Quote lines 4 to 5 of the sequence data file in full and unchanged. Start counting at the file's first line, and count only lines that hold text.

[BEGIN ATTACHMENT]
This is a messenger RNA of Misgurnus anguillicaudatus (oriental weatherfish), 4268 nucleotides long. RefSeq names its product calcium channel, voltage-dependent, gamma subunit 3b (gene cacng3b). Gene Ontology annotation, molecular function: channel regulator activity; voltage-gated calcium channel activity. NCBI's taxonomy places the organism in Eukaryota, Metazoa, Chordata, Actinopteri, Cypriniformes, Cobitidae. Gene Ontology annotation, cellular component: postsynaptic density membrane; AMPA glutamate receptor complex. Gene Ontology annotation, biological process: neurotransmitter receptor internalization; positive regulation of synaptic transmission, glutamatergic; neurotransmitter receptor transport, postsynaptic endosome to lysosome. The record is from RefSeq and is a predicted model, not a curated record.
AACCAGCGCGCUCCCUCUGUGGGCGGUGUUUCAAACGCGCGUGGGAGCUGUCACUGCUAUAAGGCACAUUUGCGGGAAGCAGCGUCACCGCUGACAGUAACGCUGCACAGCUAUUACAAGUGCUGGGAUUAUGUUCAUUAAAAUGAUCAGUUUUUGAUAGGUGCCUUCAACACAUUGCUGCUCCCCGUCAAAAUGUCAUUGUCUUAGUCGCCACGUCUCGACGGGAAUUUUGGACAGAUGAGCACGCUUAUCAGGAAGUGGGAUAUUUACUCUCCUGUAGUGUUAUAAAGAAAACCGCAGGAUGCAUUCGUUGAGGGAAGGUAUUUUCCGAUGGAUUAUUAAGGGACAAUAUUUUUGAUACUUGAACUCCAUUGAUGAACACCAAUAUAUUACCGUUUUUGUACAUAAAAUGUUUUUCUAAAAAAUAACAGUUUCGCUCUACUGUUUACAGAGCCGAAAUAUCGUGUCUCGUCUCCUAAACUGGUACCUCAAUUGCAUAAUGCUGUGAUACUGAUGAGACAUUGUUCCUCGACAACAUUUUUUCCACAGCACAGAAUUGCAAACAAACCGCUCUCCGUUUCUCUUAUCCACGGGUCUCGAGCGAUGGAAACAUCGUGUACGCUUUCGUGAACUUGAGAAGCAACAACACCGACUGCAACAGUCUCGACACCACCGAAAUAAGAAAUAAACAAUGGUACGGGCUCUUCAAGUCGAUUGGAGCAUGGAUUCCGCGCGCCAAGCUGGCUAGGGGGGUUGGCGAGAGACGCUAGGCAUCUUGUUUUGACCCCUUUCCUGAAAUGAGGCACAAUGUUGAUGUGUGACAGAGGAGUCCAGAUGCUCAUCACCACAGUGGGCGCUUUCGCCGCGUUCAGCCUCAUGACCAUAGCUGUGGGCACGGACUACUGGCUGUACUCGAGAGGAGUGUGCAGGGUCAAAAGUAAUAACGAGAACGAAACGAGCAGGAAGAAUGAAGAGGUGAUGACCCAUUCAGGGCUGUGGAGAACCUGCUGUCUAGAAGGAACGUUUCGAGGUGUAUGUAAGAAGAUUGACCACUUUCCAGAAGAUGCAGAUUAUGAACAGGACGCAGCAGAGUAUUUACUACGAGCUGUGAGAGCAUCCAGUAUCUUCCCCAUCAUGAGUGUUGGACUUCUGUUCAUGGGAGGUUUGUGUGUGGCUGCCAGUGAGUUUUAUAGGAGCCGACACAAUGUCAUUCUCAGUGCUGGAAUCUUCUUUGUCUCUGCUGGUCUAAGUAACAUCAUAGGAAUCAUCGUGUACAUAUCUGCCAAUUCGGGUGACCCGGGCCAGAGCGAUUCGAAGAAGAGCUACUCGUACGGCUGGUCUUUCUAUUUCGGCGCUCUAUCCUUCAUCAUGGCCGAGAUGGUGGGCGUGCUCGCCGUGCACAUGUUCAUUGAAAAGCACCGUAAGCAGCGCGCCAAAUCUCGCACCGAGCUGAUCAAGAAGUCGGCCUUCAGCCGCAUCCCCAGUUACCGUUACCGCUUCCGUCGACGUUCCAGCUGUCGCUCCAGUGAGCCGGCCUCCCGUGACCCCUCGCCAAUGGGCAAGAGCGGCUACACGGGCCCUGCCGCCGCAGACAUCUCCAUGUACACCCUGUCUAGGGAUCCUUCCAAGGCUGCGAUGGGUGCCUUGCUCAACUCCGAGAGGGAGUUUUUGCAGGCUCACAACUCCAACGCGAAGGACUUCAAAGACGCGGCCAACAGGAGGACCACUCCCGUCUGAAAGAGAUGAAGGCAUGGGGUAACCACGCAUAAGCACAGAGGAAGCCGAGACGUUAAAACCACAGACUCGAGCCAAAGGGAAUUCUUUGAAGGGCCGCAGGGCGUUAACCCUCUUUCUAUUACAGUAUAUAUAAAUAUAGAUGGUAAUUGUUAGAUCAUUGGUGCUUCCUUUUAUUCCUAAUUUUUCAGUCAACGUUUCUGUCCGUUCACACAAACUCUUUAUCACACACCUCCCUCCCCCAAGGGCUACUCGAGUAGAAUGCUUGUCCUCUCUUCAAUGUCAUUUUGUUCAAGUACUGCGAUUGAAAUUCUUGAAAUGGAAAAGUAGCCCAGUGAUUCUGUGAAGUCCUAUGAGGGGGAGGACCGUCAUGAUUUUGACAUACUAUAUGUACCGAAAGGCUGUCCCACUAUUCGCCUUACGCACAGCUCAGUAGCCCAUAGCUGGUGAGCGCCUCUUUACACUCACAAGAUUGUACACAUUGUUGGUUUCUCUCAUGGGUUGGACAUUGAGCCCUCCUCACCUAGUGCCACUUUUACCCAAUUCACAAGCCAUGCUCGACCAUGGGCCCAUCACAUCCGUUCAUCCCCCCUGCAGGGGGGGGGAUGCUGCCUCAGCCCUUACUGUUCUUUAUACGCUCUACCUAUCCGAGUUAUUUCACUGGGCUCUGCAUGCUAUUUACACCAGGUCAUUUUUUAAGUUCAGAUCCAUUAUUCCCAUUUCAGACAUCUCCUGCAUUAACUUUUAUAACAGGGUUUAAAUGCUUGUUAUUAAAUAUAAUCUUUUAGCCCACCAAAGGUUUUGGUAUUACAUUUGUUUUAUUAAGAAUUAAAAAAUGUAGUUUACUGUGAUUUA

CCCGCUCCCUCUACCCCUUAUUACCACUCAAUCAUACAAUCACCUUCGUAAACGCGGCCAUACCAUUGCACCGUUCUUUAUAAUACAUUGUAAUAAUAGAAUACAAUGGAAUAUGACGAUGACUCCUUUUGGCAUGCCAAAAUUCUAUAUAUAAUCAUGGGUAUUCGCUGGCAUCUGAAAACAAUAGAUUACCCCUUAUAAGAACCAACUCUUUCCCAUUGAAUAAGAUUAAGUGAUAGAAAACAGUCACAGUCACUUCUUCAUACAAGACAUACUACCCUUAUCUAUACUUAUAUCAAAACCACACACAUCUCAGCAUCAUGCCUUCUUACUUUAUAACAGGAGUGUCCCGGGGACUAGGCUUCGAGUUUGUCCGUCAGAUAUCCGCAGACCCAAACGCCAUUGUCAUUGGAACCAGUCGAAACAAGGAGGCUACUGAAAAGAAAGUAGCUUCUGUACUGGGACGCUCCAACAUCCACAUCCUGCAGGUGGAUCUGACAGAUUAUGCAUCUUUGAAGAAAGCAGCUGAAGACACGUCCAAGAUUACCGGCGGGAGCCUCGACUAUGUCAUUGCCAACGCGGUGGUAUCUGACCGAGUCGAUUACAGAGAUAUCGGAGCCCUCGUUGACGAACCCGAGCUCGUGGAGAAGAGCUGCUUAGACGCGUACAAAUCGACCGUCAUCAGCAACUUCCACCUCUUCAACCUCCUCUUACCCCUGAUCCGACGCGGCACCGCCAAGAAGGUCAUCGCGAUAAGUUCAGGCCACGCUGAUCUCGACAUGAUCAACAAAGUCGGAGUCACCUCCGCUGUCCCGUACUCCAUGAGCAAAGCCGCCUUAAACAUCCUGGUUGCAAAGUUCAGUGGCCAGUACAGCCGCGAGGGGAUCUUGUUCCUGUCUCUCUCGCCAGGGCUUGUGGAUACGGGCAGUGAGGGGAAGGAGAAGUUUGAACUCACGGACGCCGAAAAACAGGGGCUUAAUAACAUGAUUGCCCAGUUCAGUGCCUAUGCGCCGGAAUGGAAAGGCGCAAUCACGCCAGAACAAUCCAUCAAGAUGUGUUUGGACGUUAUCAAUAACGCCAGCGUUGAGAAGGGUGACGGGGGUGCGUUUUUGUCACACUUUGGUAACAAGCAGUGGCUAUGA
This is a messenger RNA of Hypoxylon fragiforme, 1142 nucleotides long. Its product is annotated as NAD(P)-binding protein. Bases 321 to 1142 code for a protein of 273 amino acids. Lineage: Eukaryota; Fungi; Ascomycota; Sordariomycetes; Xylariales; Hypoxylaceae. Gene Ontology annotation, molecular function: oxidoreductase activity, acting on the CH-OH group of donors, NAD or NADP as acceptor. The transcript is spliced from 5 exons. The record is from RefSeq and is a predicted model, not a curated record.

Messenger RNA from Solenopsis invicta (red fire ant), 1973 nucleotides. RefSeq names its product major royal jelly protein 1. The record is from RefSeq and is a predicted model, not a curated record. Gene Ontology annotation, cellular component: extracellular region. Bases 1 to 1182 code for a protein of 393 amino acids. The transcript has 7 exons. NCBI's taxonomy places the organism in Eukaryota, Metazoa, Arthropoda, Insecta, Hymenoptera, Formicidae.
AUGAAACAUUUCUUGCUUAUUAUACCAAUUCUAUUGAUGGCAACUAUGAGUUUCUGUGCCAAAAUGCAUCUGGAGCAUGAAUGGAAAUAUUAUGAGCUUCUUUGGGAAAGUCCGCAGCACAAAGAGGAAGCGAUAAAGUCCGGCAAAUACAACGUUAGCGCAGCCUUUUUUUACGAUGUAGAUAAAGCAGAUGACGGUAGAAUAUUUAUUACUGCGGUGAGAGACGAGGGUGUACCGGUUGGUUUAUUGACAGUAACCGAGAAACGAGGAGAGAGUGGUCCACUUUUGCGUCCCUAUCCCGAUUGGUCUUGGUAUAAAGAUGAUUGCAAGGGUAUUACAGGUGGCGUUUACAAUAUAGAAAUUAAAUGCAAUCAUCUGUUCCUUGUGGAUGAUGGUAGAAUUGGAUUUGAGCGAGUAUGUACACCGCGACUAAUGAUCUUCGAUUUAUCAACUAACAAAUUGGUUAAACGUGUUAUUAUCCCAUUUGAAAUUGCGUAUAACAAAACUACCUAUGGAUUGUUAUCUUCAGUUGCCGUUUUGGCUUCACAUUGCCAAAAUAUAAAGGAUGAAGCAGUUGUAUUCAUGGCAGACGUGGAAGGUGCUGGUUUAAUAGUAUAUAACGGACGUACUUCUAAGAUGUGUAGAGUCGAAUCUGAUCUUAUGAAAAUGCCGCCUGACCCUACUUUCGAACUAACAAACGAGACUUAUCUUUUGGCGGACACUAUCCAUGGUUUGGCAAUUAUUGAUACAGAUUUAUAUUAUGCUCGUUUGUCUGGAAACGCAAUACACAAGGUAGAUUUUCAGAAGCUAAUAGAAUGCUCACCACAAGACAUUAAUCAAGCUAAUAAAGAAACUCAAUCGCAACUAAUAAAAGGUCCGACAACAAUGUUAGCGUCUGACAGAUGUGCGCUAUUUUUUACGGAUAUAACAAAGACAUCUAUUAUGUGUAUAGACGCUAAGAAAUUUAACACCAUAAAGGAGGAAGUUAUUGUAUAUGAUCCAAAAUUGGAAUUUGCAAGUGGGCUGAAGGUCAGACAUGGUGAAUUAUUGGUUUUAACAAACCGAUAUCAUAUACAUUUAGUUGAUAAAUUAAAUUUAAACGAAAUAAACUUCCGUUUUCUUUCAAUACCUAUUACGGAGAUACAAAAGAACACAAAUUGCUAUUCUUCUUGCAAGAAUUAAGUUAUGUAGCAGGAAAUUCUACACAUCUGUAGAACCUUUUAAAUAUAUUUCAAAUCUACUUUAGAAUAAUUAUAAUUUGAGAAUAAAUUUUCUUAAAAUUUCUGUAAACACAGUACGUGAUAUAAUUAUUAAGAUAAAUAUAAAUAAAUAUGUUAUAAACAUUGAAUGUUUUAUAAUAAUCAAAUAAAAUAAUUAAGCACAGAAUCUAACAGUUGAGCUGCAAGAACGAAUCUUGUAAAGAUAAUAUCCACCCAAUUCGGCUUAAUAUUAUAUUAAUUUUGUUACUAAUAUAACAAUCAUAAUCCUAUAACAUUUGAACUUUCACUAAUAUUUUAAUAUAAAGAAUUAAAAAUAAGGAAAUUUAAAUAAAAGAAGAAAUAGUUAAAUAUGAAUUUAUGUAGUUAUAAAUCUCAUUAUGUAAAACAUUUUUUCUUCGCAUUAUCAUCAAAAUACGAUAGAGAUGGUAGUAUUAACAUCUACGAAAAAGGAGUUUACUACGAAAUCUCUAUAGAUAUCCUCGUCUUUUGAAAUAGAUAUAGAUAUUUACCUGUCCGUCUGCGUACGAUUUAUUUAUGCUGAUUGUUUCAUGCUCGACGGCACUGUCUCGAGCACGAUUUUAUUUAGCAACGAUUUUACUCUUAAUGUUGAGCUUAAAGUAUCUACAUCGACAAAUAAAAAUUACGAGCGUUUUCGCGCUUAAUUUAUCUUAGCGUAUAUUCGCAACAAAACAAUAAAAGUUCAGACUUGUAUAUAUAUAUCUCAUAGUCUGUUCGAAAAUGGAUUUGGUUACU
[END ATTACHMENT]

This is a messenger RNA of Hypoxylon fragiforme, 1142 nucleotides long. Its product is annotated as NAD(P)-binding protein. Bases 321 to 1142 code for a protein of 273 amino acids. Lineage: Eukaryota; Fungi; Ascomycota; Sordariomycetes; Xylariales; Hypoxylaceae. Gene Ontology annotation, molecular function: oxidoreductase activity, acting on the CH-OH group of donors, NAD or NADP as acceptor. The transcript is spliced from 5 exons. The record is from RefSeq and is a predicted model, not a curated record.

Messenger RNA from Solenopsis invicta (red fire ant), 1973 nucleotides. RefSeq names its product major royal jelly protein 1. The record is from RefSeq and is a predicted model, not a curated record. Gene Ontology annotation, cellular component: extracellular region. Bases 1 to 1182 code for a protein of 393 amino acids. The transcript has 7 exons. NCBI's taxonomy places the organism in Eukaryota, Metazoa, Arthropoda, Insecta, Hymenoptera, Formicidae.